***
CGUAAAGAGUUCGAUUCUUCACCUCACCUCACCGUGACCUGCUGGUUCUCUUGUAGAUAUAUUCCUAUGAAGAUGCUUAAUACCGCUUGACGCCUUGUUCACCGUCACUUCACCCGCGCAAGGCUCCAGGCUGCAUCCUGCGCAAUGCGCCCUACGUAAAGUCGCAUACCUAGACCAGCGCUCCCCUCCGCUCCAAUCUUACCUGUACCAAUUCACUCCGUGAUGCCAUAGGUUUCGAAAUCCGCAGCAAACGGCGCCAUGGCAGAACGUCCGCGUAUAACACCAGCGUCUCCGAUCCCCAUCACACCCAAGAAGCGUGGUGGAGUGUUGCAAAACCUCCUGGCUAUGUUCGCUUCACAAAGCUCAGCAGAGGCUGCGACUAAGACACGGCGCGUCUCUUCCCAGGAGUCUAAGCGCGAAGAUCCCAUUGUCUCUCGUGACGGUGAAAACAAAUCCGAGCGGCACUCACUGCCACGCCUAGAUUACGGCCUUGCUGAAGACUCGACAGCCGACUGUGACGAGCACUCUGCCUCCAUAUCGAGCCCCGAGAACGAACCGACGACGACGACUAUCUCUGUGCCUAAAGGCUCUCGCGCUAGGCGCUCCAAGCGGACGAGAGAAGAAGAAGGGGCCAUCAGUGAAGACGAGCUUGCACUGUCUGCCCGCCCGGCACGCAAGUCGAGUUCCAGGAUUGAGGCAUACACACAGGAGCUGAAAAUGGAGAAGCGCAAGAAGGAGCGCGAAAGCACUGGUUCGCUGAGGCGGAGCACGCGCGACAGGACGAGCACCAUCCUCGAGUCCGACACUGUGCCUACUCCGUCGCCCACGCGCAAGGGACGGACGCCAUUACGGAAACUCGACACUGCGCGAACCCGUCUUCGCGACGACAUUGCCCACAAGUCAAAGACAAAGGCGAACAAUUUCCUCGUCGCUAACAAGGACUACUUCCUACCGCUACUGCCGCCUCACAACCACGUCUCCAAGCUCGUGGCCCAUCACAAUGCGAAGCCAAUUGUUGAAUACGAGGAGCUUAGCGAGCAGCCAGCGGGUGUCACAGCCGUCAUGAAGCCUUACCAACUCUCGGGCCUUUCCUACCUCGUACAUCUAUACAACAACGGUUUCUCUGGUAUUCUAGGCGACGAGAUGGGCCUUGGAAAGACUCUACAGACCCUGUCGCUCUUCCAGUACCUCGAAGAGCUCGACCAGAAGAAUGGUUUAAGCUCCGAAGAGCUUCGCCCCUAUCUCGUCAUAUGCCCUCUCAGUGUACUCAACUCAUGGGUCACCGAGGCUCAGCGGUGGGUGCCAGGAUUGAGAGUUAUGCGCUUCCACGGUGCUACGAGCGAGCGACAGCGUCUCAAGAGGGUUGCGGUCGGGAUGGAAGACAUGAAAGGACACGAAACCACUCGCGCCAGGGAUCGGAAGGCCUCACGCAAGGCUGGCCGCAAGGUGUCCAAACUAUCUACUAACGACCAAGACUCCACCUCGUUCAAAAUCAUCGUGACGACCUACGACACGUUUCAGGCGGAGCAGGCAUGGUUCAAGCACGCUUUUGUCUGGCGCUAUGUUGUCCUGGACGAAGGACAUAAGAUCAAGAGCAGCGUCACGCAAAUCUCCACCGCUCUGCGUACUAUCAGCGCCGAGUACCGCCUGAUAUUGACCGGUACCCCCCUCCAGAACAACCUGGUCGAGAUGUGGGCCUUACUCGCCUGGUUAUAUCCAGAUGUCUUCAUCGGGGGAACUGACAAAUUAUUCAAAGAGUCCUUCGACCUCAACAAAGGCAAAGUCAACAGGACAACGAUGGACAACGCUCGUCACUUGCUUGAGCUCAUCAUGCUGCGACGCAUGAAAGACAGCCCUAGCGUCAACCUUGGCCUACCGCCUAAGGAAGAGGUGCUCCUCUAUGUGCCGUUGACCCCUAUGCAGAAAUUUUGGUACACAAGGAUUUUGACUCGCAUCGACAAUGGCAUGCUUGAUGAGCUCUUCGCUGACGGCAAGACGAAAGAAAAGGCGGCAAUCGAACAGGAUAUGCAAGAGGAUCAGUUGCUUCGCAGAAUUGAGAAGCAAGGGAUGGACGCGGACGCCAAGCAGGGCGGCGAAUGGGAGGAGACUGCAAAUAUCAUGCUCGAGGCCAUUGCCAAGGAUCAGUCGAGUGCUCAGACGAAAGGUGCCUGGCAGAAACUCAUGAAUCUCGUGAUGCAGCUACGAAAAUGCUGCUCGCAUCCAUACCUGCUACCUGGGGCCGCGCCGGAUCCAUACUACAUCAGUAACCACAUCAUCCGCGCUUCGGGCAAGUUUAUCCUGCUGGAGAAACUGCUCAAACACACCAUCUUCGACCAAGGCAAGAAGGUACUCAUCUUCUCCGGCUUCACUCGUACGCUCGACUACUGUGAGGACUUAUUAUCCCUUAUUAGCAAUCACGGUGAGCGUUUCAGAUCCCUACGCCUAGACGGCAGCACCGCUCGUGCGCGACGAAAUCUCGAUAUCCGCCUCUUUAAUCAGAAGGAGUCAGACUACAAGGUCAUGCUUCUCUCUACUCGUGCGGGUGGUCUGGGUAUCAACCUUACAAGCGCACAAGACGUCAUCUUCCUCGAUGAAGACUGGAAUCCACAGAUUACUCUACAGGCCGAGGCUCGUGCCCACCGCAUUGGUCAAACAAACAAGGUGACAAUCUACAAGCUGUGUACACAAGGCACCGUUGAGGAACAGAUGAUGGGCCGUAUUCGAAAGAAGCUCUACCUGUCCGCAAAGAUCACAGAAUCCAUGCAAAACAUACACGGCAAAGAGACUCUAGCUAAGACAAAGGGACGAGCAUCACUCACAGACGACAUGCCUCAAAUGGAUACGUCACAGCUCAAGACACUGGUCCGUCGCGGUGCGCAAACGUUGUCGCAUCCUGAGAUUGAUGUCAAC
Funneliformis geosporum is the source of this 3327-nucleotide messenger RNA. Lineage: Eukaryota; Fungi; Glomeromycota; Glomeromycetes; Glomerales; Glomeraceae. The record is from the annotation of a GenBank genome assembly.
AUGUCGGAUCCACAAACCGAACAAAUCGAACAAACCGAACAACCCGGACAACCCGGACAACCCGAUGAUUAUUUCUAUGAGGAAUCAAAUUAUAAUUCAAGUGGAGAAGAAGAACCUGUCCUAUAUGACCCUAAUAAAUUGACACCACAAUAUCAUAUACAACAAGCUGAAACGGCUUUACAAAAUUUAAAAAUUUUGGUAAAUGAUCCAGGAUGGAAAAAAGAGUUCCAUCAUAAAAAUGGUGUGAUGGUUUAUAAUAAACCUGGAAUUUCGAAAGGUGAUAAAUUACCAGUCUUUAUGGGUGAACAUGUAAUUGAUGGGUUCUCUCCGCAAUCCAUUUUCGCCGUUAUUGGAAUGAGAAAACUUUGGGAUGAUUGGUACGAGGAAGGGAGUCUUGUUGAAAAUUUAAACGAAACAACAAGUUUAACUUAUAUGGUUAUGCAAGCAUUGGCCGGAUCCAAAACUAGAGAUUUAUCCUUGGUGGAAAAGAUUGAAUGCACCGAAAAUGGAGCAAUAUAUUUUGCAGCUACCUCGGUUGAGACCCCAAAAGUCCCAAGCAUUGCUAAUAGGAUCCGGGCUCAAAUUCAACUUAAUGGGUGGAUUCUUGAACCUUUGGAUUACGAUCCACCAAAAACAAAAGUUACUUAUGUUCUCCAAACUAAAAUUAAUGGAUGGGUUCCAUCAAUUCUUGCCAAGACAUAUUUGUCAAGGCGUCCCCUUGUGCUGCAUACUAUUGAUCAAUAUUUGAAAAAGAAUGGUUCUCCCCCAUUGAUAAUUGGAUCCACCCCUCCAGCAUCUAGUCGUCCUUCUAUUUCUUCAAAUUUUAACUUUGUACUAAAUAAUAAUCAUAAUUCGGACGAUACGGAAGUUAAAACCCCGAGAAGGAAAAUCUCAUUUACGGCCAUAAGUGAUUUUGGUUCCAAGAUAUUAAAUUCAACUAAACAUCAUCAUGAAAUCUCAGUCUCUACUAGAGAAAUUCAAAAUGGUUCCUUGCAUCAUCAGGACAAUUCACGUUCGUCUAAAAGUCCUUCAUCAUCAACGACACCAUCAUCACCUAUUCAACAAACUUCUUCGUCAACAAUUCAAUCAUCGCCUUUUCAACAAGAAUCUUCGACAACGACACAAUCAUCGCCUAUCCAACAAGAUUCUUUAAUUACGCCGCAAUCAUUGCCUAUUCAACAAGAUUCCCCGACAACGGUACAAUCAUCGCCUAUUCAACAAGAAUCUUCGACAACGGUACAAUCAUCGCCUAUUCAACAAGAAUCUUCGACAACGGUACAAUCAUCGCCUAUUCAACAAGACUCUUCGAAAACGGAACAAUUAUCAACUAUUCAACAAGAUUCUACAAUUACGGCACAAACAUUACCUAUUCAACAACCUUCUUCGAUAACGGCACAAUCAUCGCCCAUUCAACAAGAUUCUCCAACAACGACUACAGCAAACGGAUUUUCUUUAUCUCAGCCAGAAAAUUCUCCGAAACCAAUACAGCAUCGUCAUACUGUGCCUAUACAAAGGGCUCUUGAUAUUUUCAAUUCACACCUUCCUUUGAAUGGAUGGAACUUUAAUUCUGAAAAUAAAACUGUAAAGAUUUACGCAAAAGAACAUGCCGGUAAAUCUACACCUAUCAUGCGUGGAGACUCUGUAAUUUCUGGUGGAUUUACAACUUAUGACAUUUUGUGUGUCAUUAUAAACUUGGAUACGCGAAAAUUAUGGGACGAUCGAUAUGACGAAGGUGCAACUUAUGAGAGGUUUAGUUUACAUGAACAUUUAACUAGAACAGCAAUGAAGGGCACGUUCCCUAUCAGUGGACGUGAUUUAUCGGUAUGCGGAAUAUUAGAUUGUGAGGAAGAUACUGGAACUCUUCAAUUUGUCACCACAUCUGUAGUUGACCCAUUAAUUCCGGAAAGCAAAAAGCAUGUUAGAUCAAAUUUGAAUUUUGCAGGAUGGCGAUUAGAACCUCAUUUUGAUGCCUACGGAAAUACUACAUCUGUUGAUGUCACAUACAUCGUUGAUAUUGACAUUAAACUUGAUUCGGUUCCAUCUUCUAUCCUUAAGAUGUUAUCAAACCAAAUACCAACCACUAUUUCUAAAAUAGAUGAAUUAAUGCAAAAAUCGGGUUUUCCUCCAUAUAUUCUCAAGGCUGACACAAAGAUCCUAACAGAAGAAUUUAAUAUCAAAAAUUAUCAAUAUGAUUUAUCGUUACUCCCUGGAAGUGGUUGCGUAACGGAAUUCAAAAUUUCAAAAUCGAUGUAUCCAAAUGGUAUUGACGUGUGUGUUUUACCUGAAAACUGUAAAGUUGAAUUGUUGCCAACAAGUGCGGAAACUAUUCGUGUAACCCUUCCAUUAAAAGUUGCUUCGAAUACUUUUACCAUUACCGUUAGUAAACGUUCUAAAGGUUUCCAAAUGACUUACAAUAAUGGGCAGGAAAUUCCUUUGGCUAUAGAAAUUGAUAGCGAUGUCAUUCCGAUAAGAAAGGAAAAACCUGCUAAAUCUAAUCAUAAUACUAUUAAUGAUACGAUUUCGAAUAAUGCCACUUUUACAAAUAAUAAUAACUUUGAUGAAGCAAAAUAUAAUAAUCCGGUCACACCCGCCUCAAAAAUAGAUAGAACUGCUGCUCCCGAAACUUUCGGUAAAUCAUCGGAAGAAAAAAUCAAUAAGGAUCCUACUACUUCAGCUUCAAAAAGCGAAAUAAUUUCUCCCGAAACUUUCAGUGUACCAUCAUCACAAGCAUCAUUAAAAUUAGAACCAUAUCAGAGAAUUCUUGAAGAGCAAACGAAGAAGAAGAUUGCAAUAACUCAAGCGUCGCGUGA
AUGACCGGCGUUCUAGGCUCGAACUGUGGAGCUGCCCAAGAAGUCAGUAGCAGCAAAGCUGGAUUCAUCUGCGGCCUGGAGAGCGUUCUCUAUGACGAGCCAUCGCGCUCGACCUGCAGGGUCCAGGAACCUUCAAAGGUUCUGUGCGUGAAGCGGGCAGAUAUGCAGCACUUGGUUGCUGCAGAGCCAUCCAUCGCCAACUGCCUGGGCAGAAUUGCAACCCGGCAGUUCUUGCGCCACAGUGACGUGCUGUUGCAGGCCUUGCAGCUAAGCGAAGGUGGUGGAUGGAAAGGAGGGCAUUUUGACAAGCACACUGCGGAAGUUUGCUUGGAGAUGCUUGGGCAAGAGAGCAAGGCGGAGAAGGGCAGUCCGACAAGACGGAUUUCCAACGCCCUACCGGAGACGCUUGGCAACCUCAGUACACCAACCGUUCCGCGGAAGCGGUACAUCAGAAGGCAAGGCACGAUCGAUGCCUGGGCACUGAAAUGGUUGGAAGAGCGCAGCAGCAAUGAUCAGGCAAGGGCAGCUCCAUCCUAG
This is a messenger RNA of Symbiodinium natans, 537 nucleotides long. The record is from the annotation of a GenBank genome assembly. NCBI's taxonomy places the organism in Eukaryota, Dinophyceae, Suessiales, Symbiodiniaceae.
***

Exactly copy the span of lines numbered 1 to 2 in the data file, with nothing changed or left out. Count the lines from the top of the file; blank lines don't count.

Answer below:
CGUAAAGAGUUCGAUUCUUCACCUCACCUCACCGUGACCUGCUGGUUCUCUUGUAGAUAUAUUCCUAUGAAGAUGCUUAAUACCGCUUGACGCCUUGUUCACCGUCACUUCACCCGCGCAAGGCUCCAGGCUGCAUCCUGCGCAAUGCGCCCUACGUAAAGUCGCAUACCUAGACCAGCGCUCCCCUCCGCUCCAAUCUUACCUGUACCAAUUCACUCCGUGAUGCCAUAGGUUUCGAAAUCCGCAGCAAACGGCGCCAUGGCAGAACGUCCGCGUAUAACACCAGCGUCUCCGAUCCCCAUCACACCCAAGAAGCGUGGUGGAGUGUUGCAAAACCUCCUGGCUAUGUUCGCUUCACAAAGCUCAGCAGAGGCUGCGACUAAGACACGGCGCGUCUCUUCCCAGGAGUCUAAGCGCGAAGAUCCCAUUGUCUCUCGUGACGGUGAAAACAAAUCCGAGCGGCACUCACUGCCACGCCUAGAUUACGGCCUUGCUGAAGACUCGACAGCCGACUGUGACGAGCACUCUGCCUCCAUAUCGAGCCCCGAGAACGAACCGACGACGACGACUAUCUCUGUGCCUAAAGGCUCUCGCGCUAGGCGCUCCAAGCGGACGAGAGAAGAAGAAGGGGCCAUCAGUGAAGACGAGCUUGCACUGUCUGCCCGCCCGGCACGCAAGUCGAGUUCCAGGAUUGAGGCAUACACACAGGAGCUGAAAAUGGAGAAGCGCAAGAAGGAGCGCGAAAGCACUGGUUCGCUGAGGCGGAGCACGCGCGACAGGACGAGCACCAUCCUCGAGUCCGACACUGUGCCUACUCCGUCGCCCACGCGCAAGGGACGGACGCCAUUACGGAAACUCGACACUGCGCGAACCCGUCUUCGCGACGACAUUGCCCACAAGUCAAAGACAAAGGCGAACAAUUUCCUCGUCGCUAACAAGGACUACUUCCUACCGCUACUGCCGCCUCACAACCACGUCUCCAAGCUCGUGGCCCAUCACAAUGCGAAGCCAAUUGUUGAAUACGAGGAGCUUAGCGAGCAGCCAGCGGGUGUCACAGCCGUCAUGAAGCCUUACCAACUCUCGGGCCUUUCCUACCUCGUACAUCUAUACAACAACGGUUUCUCUGGUAUUCUAGGCGACGAGAUGGGCCUUGGAAAGACUCUACAGACCCUGUCGCUCUUCCAGUACCUCGAAGAGCUCGACCAGAAGAAUGGUUUAAGCUCCGAAGAGCUUCGCCCCUAUCUCGUCAUAUGCCCUCUCAGUGUACUCAACUCAUGGGUCACCGAGGCUCAGCGGUGGGUGCCAGGAUUGAGAGUUAUGCGCUUCCACGGUGCUACGAGCGAGCGACAGCGUCUCAAGAGGGUUGCGGUCGGGAUGGAAGACAUGAAAGGACACGAAACCACUCGCGCCAGGGAUCGGAAGGCCUCACGCAAGGCUGGCCGCAAGGUGUCCAAACUAUCUACUAACGACCAAGACUCCACCUCGUUCAAAAUCAUCGUGACGACCUACGACACGUUUCAGGCGGAGCAGGCAUGGUUCAAGCACGCUUUUGUCUGGCGCUAUGUUGUCCUGGACGAAGGACAUAAGAUCAAGAGCAGCGUCACGCAAAUCUCCACCGCUCUGCGUACUAUCAGCGCCGAGUACCGCCUGAUAUUGACCGGUACCCCCCUCCAGAACAACCUGGUCGAGAUGUGGGCCUUACUCGCCUGGUUAUAUCCAGAUGUCUUCAUCGGGGGAACUGACAAAUUAUUCAAAGAGUCCUUCGACCUCAACAAAGGCAAAGUCAACAGGACAACGAUGGACAACGCUCGUCACUUGCUUGAGCUCAUCAUGCUGCGACGCAUGAAAGACAGCCCUAGCGUCAACCUUGGCCUACCGCCUAAGGAAGAGGUGCUCCUCUAUGUGCCGUUGACCCCUAUGCAGAAAUUUUGGUACACAAGGAUUUUGACUCGCAUCGACAAUGGCAUGCUUGAUGAGCUCUUCGCUGACGGCAAGACGAAAGAAAAGGCGGCAAUCGAACAGGAUAUGCAAGAGGAUCAGUUGCUUCGCAGAAUUGAGAAGCAAGGGAUGGACGCGGACGCCAAGCAGGGCGGCGAAUGGGAGGAGACUGCAAAUAUCAUGCUCGAGGCCAUUGCCAAGGAUCAGUCGAGUGCUCAGACGAAAGGUGCCUGGCAGAAACUCAUGAAUCUCGUGAUGCAGCUACGAAAAUGCUGCUCGCAUCCAUACCUGCUACCUGGGGCCGCGCCGGAUCCAUACUACAUCAGUAACCACAUCAUCCGCGCUUCGGGCAAGUUUAUCCUGCUGGAGAAACUGCUCAAACACACCAUCUUCGACCAAGGCAAGAAGGUACUCAUCUUCUCCGGCUUCACUCGUACGCUCGACUACUGUGAGGACUUAUUAUCCCUUAUUAGCAAUCACGGUGAGCGUUUCAGAUCCCUACGCCUAGACGGCAGCACCGCUCGUGCGCGACGAAAUCUCGAUAUCCGCCUCUUUAAUCAGAAGGAGUCAGACUACAAGGUCAUGCUUCUCUCUACUCGUGCGGGUGGUCUGGGUAUCAACCUUACAAGCGCACAAGACGUCAUCUUCCUCGAUGAAGACUGGAAUCCACAGAUUACUCUACAGGCCGAGGCUCGUGCCCACCGCAUUGGUCAAACAAACAAGGUGACAAUCUACAAGCUGUGUACACAAGGCACCGUUGAGGAACAGAUGAUGGGCCGUAUUCGAAAGAAGCUCUACCUGUCCGCAAAGAUCACAGAAUCCAUGCAAAACAUACACGGCAAAGAGACUCUAGCUAAGACAAAGGGACGAGCAUCACUCACAGACGACAUGCCUCAAAUGGAUACGUCACAGCUCAAGACACUGGUCCGUCGCGGUGCGCAAACGUUGUCGCAUCCUGAGAUUGAUGUCAAC
Funneliformis geosporum is the source of this 3327-nucleotide messenger RNA. Lineage: Eukaryota; Fungi; Glomeromycota; Glomeromycetes; Glomerales; Glomeraceae. The record is from the annotation of a GenBank genome assembly.